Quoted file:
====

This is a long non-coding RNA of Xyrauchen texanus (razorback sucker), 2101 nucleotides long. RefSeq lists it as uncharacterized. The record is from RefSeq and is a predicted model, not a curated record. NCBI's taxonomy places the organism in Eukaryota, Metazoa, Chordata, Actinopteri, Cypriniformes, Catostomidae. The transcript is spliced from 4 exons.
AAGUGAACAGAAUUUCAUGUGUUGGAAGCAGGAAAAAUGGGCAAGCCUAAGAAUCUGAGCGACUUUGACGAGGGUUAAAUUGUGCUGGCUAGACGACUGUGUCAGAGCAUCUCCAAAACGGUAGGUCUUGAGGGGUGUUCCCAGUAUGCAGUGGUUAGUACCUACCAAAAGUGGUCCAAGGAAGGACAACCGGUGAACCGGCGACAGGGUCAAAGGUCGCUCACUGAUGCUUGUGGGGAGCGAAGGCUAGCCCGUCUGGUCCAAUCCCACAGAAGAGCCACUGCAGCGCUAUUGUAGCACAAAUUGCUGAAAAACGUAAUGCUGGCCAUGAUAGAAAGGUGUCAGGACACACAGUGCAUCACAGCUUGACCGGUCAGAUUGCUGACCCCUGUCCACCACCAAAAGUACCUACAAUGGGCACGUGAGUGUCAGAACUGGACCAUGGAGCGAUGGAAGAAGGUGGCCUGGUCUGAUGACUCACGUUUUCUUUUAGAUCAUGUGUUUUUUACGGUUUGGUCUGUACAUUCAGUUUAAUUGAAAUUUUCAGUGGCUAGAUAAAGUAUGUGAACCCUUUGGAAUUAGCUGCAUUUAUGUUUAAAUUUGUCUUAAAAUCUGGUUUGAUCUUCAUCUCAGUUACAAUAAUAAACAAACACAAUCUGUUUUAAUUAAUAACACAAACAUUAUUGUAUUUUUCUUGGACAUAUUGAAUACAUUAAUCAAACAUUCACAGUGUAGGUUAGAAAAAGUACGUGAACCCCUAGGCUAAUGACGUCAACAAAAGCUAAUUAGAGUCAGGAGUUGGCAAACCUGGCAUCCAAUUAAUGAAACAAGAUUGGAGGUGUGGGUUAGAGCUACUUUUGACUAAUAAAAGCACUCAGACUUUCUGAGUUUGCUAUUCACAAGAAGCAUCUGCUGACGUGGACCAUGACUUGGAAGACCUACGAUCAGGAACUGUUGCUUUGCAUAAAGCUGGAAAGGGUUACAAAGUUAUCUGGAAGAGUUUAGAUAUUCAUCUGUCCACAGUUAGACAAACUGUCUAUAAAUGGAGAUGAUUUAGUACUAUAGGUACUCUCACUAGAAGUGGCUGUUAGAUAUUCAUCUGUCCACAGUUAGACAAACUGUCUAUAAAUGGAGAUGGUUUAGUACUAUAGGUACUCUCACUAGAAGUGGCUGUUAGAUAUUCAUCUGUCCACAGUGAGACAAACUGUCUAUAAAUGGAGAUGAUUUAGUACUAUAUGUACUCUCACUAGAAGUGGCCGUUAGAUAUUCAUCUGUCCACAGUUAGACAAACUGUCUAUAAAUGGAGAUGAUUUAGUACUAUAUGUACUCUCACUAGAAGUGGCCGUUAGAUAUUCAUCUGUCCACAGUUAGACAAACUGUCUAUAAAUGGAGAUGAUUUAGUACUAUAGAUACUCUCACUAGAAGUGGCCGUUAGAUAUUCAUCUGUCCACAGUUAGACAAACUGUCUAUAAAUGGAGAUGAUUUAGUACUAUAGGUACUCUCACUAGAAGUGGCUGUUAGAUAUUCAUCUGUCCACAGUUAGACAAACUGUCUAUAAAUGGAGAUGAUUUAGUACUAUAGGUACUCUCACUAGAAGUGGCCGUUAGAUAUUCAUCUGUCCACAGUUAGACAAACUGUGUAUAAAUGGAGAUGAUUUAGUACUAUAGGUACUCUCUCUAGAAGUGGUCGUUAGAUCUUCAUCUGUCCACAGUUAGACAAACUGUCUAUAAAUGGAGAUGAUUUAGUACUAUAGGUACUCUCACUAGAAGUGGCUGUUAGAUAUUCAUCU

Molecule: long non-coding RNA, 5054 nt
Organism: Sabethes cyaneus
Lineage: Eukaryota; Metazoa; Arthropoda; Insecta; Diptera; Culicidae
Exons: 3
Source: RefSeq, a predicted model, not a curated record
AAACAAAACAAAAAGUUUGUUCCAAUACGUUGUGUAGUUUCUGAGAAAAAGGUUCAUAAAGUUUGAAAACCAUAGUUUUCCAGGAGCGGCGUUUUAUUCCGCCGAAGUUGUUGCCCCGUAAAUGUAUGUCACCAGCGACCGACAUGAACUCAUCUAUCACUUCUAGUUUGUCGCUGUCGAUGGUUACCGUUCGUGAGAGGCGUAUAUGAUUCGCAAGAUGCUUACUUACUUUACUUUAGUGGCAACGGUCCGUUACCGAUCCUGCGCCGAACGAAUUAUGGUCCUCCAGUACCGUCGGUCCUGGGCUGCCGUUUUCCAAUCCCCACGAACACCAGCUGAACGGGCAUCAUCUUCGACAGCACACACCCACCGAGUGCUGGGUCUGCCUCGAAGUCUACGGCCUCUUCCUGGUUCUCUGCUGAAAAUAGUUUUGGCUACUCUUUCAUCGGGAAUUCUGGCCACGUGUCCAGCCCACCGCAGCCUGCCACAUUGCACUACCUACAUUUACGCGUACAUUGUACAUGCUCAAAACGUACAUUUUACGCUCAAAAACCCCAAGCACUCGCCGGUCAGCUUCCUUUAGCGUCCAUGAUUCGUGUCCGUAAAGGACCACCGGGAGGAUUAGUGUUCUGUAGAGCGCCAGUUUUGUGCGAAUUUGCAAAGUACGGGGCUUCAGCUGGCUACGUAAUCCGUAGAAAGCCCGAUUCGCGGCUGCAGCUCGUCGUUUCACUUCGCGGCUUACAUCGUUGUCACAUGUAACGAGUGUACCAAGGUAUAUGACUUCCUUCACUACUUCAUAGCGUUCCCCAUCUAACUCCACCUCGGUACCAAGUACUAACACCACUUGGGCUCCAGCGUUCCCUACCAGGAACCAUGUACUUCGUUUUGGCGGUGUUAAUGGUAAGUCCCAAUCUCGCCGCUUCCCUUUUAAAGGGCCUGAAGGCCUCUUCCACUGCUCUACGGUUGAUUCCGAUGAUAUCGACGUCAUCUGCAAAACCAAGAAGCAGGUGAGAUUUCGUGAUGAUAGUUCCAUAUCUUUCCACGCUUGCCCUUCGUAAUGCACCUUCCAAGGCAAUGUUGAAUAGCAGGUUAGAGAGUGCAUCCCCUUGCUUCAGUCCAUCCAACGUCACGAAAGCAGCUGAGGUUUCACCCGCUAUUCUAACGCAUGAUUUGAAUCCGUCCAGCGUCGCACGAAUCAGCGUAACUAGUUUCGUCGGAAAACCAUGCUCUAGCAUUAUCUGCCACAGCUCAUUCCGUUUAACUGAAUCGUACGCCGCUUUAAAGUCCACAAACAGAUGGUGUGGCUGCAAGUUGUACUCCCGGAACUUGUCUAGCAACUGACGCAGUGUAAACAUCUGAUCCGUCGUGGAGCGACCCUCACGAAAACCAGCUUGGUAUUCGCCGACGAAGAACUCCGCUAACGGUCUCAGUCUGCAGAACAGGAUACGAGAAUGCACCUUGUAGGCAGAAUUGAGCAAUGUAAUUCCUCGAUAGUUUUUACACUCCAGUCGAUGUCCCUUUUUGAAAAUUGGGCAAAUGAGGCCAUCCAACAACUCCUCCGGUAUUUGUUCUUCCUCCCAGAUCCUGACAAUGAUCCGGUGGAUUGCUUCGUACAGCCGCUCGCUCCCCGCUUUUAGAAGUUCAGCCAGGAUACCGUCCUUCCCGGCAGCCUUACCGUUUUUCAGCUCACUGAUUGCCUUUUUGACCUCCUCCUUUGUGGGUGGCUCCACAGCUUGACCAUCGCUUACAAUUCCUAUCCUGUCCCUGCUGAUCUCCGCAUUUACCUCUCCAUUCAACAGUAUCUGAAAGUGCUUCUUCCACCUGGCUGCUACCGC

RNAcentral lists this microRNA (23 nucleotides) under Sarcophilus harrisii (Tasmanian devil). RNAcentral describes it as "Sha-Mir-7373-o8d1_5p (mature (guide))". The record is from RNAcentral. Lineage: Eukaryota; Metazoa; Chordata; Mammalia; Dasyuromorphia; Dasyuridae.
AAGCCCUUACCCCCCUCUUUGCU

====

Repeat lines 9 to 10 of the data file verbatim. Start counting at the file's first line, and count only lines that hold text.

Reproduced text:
RNAcentral lists this microRNA (23 nucleotides) under Sarcophilus harrisii (Tasmanian devil). RNAcentral describes it as "Sha-Mir-7373-o8d1_5p (mature (guide))". The record is from RNAcentral. Lineage: Eukaryota; Metazoa; Chordata; Mammalia; Dasyuromorphia; Dasyuridae.
AAGCCCUUACCCCCCUCUUUGCU